|< Return to Adherents.com's Guide to Movies
The Religious Affiliation of
Robert Edmond Jones
great American scenic designer, uncle of filmmaker John Huston
An anecdote about John Huston's aunt and uncle, Margaret Carrington and Robert "Bobby" Edmond Jones, from: Axel Madsen, John Huston: A Biography, Doubleday and Company: Garden City, New York (1978), pages 20-21:
...in October 1924, [Walter Huston's] new brother-in-law, Robert Edmond Jones, suggested him to Eugene O'Neill for Desire Under the Elms. Jones--Bobby to everybody--was a striking-looking New Englander whose long pale face and large gray eyes were set off by a beard and unruly shocks of reddish-brown hair. Born and brought up in New Hampshire, he was, as Brooks Atkinson would write, "of the Emersonian faith and a believer in the oversoul." Like O'Neill he was haunted by an unhappy rural childhood and the gothic images of his family background would help O'Neill's thinking when he wrote Mourning Becomes Electra.
Bobby was younger than Margaret, who continued to call herself Mrs. Carrington. Since he was a homosexual, she sent him to Vienna to see Sigmund Freud and later claimed the father of psychoanalysis had cured her husband. They were a strange couple--she with her millions, her speech coaching, Park Avenue townhouse, and, on the West Coast, a baronial home in Santa Barbara; he as a director and scenic designer who imparted an exaltation to every production he was associated with. Bobby and Mrs. Carrington were to remain devoted to each other to the end of their lives. When they were old and cancer-stricken, they would always get up to sit and watch dawn together.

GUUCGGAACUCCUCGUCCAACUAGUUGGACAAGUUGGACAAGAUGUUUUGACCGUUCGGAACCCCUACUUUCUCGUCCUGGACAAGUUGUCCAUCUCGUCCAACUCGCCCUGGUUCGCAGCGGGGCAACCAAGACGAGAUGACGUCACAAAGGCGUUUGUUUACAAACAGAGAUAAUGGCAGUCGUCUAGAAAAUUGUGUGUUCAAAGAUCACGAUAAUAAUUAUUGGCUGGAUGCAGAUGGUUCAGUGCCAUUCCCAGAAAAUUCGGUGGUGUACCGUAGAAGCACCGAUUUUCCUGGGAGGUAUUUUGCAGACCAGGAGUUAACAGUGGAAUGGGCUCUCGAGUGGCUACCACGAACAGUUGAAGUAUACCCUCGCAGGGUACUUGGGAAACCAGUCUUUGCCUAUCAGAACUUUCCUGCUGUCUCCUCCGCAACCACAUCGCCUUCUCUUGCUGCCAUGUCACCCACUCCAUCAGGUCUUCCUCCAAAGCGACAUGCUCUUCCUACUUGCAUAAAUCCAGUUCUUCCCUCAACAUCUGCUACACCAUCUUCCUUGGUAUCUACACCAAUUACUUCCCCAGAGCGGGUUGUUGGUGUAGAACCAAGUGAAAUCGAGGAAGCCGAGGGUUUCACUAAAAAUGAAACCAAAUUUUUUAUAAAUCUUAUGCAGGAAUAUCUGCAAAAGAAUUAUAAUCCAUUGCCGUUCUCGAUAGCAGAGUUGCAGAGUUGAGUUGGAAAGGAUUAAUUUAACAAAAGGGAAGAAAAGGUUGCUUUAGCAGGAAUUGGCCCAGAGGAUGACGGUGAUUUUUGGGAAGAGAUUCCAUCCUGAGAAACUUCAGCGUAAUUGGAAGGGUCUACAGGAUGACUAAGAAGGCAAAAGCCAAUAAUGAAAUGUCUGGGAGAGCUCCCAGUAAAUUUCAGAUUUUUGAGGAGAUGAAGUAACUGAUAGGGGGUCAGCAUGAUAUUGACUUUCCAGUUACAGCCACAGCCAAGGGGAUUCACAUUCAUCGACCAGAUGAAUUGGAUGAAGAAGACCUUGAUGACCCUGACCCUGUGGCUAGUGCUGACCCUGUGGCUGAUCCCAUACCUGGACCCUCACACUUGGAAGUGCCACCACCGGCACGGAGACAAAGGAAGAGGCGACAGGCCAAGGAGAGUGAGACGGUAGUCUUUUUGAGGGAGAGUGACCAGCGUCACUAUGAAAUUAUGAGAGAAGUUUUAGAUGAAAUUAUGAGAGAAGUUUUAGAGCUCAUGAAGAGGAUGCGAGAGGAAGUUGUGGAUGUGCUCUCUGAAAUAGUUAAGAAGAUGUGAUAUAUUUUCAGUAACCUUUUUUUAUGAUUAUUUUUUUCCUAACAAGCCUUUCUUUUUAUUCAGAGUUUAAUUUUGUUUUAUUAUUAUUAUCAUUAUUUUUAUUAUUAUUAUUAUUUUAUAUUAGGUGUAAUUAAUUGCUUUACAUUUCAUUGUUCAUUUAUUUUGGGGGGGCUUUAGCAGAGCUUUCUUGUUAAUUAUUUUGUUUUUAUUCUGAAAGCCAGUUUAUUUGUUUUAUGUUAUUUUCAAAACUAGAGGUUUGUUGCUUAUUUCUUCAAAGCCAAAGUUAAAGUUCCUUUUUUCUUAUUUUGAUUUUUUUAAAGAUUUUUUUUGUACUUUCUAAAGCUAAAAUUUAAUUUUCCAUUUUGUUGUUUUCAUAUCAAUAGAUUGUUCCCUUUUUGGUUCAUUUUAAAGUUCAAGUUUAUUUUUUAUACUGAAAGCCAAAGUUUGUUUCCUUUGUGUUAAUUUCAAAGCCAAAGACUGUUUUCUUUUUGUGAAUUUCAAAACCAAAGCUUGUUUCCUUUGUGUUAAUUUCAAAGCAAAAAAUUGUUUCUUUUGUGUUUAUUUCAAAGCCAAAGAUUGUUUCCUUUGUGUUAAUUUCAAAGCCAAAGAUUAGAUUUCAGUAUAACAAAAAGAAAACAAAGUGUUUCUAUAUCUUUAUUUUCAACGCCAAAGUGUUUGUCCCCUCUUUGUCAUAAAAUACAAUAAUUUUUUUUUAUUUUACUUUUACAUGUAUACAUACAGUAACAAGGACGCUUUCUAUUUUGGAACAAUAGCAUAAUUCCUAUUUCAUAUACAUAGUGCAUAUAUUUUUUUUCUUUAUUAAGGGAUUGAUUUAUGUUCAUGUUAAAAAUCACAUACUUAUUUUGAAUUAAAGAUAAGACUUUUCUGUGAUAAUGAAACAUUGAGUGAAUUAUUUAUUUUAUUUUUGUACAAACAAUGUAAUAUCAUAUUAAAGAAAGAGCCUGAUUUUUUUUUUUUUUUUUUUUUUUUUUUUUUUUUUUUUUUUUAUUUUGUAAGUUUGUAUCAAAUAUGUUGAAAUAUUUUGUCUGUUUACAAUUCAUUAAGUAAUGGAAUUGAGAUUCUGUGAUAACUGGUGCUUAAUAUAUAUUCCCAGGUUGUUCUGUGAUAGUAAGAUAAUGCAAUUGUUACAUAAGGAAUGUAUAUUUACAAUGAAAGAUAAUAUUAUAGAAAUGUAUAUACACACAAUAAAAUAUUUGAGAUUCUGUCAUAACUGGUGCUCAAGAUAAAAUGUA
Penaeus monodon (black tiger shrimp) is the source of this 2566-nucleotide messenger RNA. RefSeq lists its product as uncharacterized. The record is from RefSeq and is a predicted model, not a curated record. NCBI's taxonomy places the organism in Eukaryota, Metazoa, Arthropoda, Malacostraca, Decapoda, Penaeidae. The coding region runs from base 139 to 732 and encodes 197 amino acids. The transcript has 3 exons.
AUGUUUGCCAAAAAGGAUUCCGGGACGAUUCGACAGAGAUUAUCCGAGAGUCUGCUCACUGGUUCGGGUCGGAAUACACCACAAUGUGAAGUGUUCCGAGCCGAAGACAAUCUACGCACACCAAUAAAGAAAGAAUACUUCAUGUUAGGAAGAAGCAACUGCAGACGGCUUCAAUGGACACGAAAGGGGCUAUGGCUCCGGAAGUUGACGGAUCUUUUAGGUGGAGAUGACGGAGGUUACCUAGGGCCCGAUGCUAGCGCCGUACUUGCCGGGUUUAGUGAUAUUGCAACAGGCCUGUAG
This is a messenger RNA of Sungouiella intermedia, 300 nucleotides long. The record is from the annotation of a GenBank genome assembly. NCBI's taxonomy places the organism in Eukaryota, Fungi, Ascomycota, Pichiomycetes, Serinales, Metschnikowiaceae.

As man and wife, their first theatrical triumph had come in 1920 [with actor John Barrymore in Richard III].
...John [Huston] was captivated by all this [his aunt and uncle's plays]. He attended every rehearsal, met O'Neill... [and eventually began acting in their plays -- his introduction to acting].
Webpage created 19 July 2005. Last modified 19 July 2005.
We are always striving to increase the accuracy and usefulness of our website. We are happy to hear from you. Please submit questions, suggestions, comments, corrections, etc. to: firstname.lastname@example.org.